I should have seen the warning signs long ago. Even that initial honeymoon phase showed harbingers of future tension.
Like lots of soon-to-be moms I had scheduled a prenatal visit at a locally recommended pediatrician’s office. The meeting was swift, but cordial. The doctor met me and my husband for about five minutes, told us how much experience he had treating children, newborns especially, and we left. Cut and dry. Even though, at that stage, I left feeling a bit rushed and slightly confused, I was eager to form a relationship with a pediatrician my husband and I could trust.
When she was born, my little girl didn’t take to breastfeeding so well. In the hospital, it was hard to get her to latch so the nurses told me to supplement with formula. One nurse even advised that I’d be wise to consider the alternative, an exclusively formula fed baby.
On day three of her life, we saw our new pediatrician. I was a zombie. I was in pain (I showed him my ridiculously torn up nipples). My daughter was unhappy. I wanted some relief. So I asked the question, “Can we start formula?” He instantly pooh-poohed my concerns (which should have been my first clue that something was “off” with our mommy-doc relationship) and was instead adamant that I seek the services of a pricey lactation consultant and continue to exclusively breastfeed.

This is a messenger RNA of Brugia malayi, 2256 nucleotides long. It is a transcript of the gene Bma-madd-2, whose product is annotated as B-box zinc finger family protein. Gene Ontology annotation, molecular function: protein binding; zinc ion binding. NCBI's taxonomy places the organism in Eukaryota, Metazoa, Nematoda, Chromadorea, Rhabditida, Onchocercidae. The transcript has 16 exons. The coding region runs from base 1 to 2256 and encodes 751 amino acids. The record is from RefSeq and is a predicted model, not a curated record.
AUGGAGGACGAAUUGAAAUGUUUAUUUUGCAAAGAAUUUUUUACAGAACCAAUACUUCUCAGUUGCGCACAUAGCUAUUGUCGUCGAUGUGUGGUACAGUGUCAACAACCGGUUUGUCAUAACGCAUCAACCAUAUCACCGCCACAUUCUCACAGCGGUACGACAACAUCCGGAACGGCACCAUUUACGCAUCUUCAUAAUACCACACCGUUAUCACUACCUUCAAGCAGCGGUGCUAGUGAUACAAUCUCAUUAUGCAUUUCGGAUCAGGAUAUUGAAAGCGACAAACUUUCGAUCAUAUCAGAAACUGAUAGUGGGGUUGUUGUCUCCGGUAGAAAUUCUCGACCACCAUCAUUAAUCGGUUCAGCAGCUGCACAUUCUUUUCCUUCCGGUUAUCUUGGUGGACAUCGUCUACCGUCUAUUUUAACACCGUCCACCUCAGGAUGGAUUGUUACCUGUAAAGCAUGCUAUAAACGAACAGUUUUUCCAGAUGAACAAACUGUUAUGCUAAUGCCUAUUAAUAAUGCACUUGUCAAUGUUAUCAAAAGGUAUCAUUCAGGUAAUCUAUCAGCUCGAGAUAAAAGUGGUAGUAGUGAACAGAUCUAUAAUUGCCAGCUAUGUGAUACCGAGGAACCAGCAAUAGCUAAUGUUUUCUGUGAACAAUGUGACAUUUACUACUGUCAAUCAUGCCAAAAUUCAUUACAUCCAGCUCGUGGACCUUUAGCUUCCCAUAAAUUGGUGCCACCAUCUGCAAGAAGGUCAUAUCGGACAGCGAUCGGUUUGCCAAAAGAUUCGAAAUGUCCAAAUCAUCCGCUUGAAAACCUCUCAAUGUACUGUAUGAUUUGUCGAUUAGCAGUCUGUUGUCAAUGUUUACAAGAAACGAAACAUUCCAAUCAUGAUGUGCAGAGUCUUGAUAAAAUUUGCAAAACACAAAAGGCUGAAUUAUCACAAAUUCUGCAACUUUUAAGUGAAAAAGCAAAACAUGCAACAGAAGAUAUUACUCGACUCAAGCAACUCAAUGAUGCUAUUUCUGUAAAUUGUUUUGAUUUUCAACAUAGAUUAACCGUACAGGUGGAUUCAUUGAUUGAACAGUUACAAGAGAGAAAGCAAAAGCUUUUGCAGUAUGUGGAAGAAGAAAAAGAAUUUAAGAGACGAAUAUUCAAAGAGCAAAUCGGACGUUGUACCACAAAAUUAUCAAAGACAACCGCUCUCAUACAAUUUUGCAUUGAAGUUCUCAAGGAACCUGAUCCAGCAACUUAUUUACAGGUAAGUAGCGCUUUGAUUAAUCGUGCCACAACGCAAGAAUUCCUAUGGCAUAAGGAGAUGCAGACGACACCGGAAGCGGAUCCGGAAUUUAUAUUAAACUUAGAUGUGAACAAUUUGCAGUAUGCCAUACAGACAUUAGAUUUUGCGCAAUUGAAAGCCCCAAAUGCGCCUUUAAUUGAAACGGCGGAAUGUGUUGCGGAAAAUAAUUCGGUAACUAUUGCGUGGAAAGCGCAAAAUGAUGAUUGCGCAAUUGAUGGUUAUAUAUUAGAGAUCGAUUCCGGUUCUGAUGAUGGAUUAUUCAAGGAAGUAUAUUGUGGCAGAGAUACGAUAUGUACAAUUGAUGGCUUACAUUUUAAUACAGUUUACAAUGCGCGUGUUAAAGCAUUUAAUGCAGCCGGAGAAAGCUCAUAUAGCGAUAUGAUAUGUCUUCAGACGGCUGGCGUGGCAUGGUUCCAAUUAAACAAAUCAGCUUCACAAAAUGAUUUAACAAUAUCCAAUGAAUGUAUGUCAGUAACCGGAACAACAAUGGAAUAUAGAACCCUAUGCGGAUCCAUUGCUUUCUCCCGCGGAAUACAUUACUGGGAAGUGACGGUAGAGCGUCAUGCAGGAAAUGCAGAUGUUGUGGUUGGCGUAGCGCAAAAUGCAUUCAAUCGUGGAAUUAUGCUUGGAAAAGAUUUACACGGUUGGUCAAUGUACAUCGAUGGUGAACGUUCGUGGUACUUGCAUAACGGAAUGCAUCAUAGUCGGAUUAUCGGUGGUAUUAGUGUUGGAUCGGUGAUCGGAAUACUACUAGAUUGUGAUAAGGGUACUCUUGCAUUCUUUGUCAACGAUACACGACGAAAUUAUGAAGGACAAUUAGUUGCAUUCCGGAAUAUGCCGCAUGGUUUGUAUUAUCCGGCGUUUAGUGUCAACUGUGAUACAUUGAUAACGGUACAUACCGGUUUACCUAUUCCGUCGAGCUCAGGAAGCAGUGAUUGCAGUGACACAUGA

When I look back now, I think that was probably the moment when I knew that if I didn’t give breastfeeding my best shot, I would feel like a massive failure.
In between brief moments of sleep and calm, I wondered why pumping hurt so badly and why the baby wouldn’t sleep longer than a few minutes at a time. I felt crazy. But every time I went to him, or called during those initial weeks, trying to explain how I needed a break, how pumping wasn’t yielding much milk, and how I wished I could give my daughter a bottle of formula, he remained rigid about his “breastfeeding only” policy. So I went with his advice because he was the expert on newborns. What did I know about my own kid?
I could go on…but let’s fast forward. I stuck with him, and I stuck with breastfeeding. He was almost like a bad boyfriend who was pressuring me into experiences I didn’t want to have. For some reason, I was more afraid of his perception of me as a mother than anything else. If my friend had a doctor that she was afraid to be honest with, I would tell her to move on. So, why was I so worried about disagreeing with my daughter’s doctor?
When my little girl was just shy of four months, she stopped gaining weight and then she lost a bit of weight. True, she was developing in other ways but he swiftly deemed her “failure to thrive.” When he spoke those words, I was petrified. If you Google “failure to thrive” babies, you’ll see some pretty scary things. I think I realized he had a very shortsighted way of looking at cases at this point because I sought a second opinion. A feisty older woman, another pediatrician recommended by friends, explained that my daughter just had petite features. “Bird-like bones,” she called them. She would be fine, this doctor said.